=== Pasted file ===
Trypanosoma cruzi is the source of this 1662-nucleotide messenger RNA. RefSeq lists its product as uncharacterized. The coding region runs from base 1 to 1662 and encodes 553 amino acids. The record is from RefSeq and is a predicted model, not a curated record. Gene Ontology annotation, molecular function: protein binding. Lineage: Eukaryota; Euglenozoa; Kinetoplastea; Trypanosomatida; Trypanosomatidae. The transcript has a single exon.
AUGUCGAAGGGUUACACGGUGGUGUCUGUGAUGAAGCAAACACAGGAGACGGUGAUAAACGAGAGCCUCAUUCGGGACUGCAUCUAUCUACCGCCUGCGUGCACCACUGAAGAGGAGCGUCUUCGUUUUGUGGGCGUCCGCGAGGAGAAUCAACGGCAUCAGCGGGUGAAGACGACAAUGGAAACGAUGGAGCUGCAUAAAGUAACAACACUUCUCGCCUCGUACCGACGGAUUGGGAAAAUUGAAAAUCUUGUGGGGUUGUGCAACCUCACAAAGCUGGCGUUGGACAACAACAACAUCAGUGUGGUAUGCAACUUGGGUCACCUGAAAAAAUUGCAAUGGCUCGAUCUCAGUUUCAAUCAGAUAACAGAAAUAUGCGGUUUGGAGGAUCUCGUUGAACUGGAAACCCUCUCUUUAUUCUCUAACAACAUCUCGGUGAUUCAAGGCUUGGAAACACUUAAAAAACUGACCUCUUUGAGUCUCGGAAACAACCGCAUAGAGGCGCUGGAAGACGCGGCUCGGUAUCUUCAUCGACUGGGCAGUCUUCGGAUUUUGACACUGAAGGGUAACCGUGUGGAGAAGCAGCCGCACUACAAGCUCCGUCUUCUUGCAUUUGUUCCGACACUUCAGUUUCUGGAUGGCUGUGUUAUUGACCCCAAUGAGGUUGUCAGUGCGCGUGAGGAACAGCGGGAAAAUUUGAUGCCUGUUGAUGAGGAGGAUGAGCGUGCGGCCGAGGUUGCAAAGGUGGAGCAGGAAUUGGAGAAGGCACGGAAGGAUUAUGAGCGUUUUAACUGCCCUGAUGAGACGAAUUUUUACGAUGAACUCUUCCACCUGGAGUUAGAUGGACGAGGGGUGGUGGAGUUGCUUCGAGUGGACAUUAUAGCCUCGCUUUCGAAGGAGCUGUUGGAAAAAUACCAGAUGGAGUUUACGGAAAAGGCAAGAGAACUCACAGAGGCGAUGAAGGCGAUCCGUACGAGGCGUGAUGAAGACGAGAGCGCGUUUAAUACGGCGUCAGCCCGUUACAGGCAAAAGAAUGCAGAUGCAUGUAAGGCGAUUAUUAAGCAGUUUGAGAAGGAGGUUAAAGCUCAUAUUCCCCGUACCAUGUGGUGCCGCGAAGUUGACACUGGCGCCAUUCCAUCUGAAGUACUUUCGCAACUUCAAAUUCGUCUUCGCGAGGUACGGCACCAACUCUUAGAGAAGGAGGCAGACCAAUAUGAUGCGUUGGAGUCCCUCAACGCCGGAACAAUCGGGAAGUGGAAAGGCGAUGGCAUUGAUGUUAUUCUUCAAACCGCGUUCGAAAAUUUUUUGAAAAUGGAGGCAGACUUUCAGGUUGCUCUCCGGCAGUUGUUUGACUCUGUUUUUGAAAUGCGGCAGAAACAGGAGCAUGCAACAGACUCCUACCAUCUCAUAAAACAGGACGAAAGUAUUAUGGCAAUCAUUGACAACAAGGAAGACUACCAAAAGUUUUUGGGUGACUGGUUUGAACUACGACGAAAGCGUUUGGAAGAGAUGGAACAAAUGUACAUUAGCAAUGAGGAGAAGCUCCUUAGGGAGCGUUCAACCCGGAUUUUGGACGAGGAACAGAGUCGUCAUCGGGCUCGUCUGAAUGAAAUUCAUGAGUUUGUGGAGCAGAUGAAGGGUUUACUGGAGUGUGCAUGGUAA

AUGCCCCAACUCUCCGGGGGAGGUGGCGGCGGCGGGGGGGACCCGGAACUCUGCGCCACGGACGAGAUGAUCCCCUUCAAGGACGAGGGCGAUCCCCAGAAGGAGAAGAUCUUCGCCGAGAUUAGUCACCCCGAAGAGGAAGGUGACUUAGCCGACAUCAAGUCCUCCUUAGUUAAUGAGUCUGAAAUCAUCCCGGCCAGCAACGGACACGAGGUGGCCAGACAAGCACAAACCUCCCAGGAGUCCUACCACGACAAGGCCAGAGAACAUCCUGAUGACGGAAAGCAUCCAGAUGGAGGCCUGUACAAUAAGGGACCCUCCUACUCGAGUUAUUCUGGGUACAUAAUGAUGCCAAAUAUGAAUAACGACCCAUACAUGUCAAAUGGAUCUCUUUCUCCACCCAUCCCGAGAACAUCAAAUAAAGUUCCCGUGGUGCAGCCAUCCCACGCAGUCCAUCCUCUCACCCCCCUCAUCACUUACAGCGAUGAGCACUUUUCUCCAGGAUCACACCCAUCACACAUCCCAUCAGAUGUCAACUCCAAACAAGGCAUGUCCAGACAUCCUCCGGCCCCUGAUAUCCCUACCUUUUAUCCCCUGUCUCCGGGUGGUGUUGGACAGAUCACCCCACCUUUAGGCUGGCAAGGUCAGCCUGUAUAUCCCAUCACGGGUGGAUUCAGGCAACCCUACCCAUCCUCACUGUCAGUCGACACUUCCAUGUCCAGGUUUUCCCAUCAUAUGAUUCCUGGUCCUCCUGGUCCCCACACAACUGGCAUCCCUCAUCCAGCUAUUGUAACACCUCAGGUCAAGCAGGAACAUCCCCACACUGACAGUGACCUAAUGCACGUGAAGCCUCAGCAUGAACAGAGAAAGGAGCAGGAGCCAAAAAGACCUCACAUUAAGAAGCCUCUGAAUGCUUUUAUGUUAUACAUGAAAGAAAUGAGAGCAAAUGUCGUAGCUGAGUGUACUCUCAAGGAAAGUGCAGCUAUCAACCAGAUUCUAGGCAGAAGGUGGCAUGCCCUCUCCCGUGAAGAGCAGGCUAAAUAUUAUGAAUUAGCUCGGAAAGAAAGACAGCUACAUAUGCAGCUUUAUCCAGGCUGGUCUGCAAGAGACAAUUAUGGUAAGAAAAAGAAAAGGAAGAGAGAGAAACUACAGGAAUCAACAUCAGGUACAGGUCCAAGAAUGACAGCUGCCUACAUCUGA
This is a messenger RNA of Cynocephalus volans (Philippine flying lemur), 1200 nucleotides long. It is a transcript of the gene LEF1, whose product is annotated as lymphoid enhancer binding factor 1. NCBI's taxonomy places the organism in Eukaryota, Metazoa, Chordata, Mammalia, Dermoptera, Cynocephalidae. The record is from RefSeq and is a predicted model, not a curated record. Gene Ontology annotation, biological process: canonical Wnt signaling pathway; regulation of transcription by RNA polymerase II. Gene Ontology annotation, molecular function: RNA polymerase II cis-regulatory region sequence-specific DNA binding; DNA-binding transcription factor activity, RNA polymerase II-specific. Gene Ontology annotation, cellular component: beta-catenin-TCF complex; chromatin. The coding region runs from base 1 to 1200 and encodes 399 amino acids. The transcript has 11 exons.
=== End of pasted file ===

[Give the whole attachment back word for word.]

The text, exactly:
Trypanosoma cruzi is the source of this 1662-nucleotide messenger RNA. RefSeq lists its product as uncharacterized. The coding region runs from base 1 to 1662 and encodes 553 amino acids. The record is from RefSeq and is a predicted model, not a curated record. Gene Ontology annotation, molecular function: protein binding. Lineage: Eukaryota; Euglenozoa; Kinetoplastea; Trypanosomatida; Trypanosomatidae. The transcript has a single exon.
AUGUCGAAGGGUUACACGGUGGUGUCUGUGAUGAAGCAAACACAGGAGACGGUGAUAAACGAGAGCCUCAUUCGGGACUGCAUCUAUCUACCGCCUGCGUGCACCACUGAAGAGGAGCGUCUUCGUUUUGUGGGCGUCCGCGAGGAGAAUCAACGGCAUCAGCGGGUGAAGACGACAAUGGAAACGAUGGAGCUGCAUAAAGUAACAACACUUCUCGCCUCGUACCGACGGAUUGGGAAAAUUGAAAAUCUUGUGGGGUUGUGCAACCUCACAAAGCUGGCGUUGGACAACAACAACAUCAGUGUGGUAUGCAACUUGGGUCACCUGAAAAAAUUGCAAUGGCUCGAUCUCAGUUUCAAUCAGAUAACAGAAAUAUGCGGUUUGGAGGAUCUCGUUGAACUGGAAACCCUCUCUUUAUUCUCUAACAACAUCUCGGUGAUUCAAGGCUUGGAAACACUUAAAAAACUGACCUCUUUGAGUCUCGGAAACAACCGCAUAGAGGCGCUGGAAGACGCGGCUCGGUAUCUUCAUCGACUGGGCAGUCUUCGGAUUUUGACACUGAAGGGUAACCGUGUGGAGAAGCAGCCGCACUACAAGCUCCGUCUUCUUGCAUUUGUUCCGACACUUCAGUUUCUGGAUGGCUGUGUUAUUGACCCCAAUGAGGUUGUCAGUGCGCGUGAGGAACAGCGGGAAAAUUUGAUGCCUGUUGAUGAGGAGGAUGAGCGUGCGGCCGAGGUUGCAAAGGUGGAGCAGGAAUUGGAGAAGGCACGGAAGGAUUAUGAGCGUUUUAACUGCCCUGAUGAGACGAAUUUUUACGAUGAACUCUUCCACCUGGAGUUAGAUGGACGAGGGGUGGUGGAGUUGCUUCGAGUGGACAUUAUAGCCUCGCUUUCGAAGGAGCUGUUGGAAAAAUACCAGAUGGAGUUUACGGAAAAGGCAAGAGAACUCACAGAGGCGAUGAAGGCGAUCCGUACGAGGCGUGAUGAAGACGAGAGCGCGUUUAAUACGGCGUCAGCCCGUUACAGGCAAAAGAAUGCAGAUGCAUGUAAGGCGAUUAUUAAGCAGUUUGAGAAGGAGGUUAAAGCUCAUAUUCCCCGUACCAUGUGGUGCCGCGAAGUUGACACUGGCGCCAUUCCAUCUGAAGUACUUUCGCAACUUCAAAUUCGUCUUCGCGAGGUACGGCACCAACUCUUAGAGAAGGAGGCAGACCAAUAUGAUGCGUUGGAGUCCCUCAACGCCGGAACAAUCGGGAAGUGGAAAGGCGAUGGCAUUGAUGUUAUUCUUCAAACCGCGUUCGAAAAUUUUUUGAAAAUGGAGGCAGACUUUCAGGUUGCUCUCCGGCAGUUGUUUGACUCUGUUUUUGAAAUGCGGCAGAAACAGGAGCAUGCAACAGACUCCUACCAUCUCAUAAAACAGGACGAAAGUAUUAUGGCAAUCAUUGACAACAAGGAAGACUACCAAAAGUUUUUGGGUGACUGGUUUGAACUACGACGAAAGCGUUUGGAAGAGAUGGAACAAAUGUACAUUAGCAAUGAGGAGAAGCUCCUUAGGGAGCGUUCAACCCGGAUUUUGGACGAGGAACAGAGUCGUCAUCGGGCUCGUCUGAAUGAAAUUCAUGAGUUUGUGGAGCAGAUGAAGGGUUUACUGGAGUGUGCAUGGUAA

AUGCCCCAACUCUCCGGGGGAGGUGGCGGCGGCGGGGGGGACCCGGAACUCUGCGCCACGGACGAGAUGAUCCCCUUCAAGGACGAGGGCGAUCCCCAGAAGGAGAAGAUCUUCGCCGAGAUUAGUCACCCCGAAGAGGAAGGUGACUUAGCCGACAUCAAGUCCUCCUUAGUUAAUGAGUCUGAAAUCAUCCCGGCCAGCAACGGACACGAGGUGGCCAGACAAGCACAAACCUCCCAGGAGUCCUACCACGACAAGGCCAGAGAACAUCCUGAUGACGGAAAGCAUCCAGAUGGAGGCCUGUACAAUAAGGGACCCUCCUACUCGAGUUAUUCUGGGUACAUAAUGAUGCCAAAUAUGAAUAACGACCCAUACAUGUCAAAUGGAUCUCUUUCUCCACCCAUCCCGAGAACAUCAAAUAAAGUUCCCGUGGUGCAGCCAUCCCACGCAGUCCAUCCUCUCACCCCCCUCAUCACUUACAGCGAUGAGCACUUUUCUCCAGGAUCACACCCAUCACACAUCCCAUCAGAUGUCAACUCCAAACAAGGCAUGUCCAGACAUCCUCCGGCCCCUGAUAUCCCUACCUUUUAUCCCCUGUCUCCGGGUGGUGUUGGACAGAUCACCCCACCUUUAGGCUGGCAAGGUCAGCCUGUAUAUCCCAUCACGGGUGGAUUCAGGCAACCCUACCCAUCCUCACUGUCAGUCGACACUUCCAUGUCCAGGUUUUCCCAUCAUAUGAUUCCUGGUCCUCCUGGUCCCCACACAACUGGCAUCCCUCAUCCAGCUAUUGUAACACCUCAGGUCAAGCAGGAACAUCCCCACACUGACAGUGACCUAAUGCACGUGAAGCCUCAGCAUGAACAGAGAAAGGAGCAGGAGCCAAAAAGACCUCACAUUAAGAAGCCUCUGAAUGCUUUUAUGUUAUACAUGAAAGAAAUGAGAGCAAAUGUCGUAGCUGAGUGUACUCUCAAGGAAAGUGCAGCUAUCAACCAGAUUCUAGGCAGAAGGUGGCAUGCCCUCUCCCGUGAAGAGCAGGCUAAAUAUUAUGAAUUAGCUCGGAAAGAAAGACAGCUACAUAUGCAGCUUUAUCCAGGCUGGUCUGCAAGAGACAAUUAUGGUAAGAAAAAGAAAAGGAAGAGAGAGAAACUACAGGAAUCAACAUCAGGUACAGGUCCAAGAAUGACAGCUGCCUACAUCUGA
This is a messenger RNA of Cynocephalus volans (Philippine flying lemur), 1200 nucleotides long. It is a transcript of the gene LEF1, whose product is annotated as lymphoid enhancer binding factor 1. NCBI's taxonomy places the organism in Eukaryota, Metazoa, Chordata, Mammalia, Dermoptera, Cynocephalidae. The record is from RefSeq and is a predicted model, not a curated record. Gene Ontology annotation, biological process: canonical Wnt signaling pathway; regulation of transcription by RNA polymerase II. Gene Ontology annotation, molecular function: RNA polymerase II cis-regulatory region sequence-specific DNA binding; DNA-binding transcription factor activity, RNA polymerase II-specific. Gene Ontology annotation, cellular component: beta-catenin-TCF complex; chromatin. The coding region runs from base 1 to 1200 and encodes 399 amino acids. The transcript has 11 exons.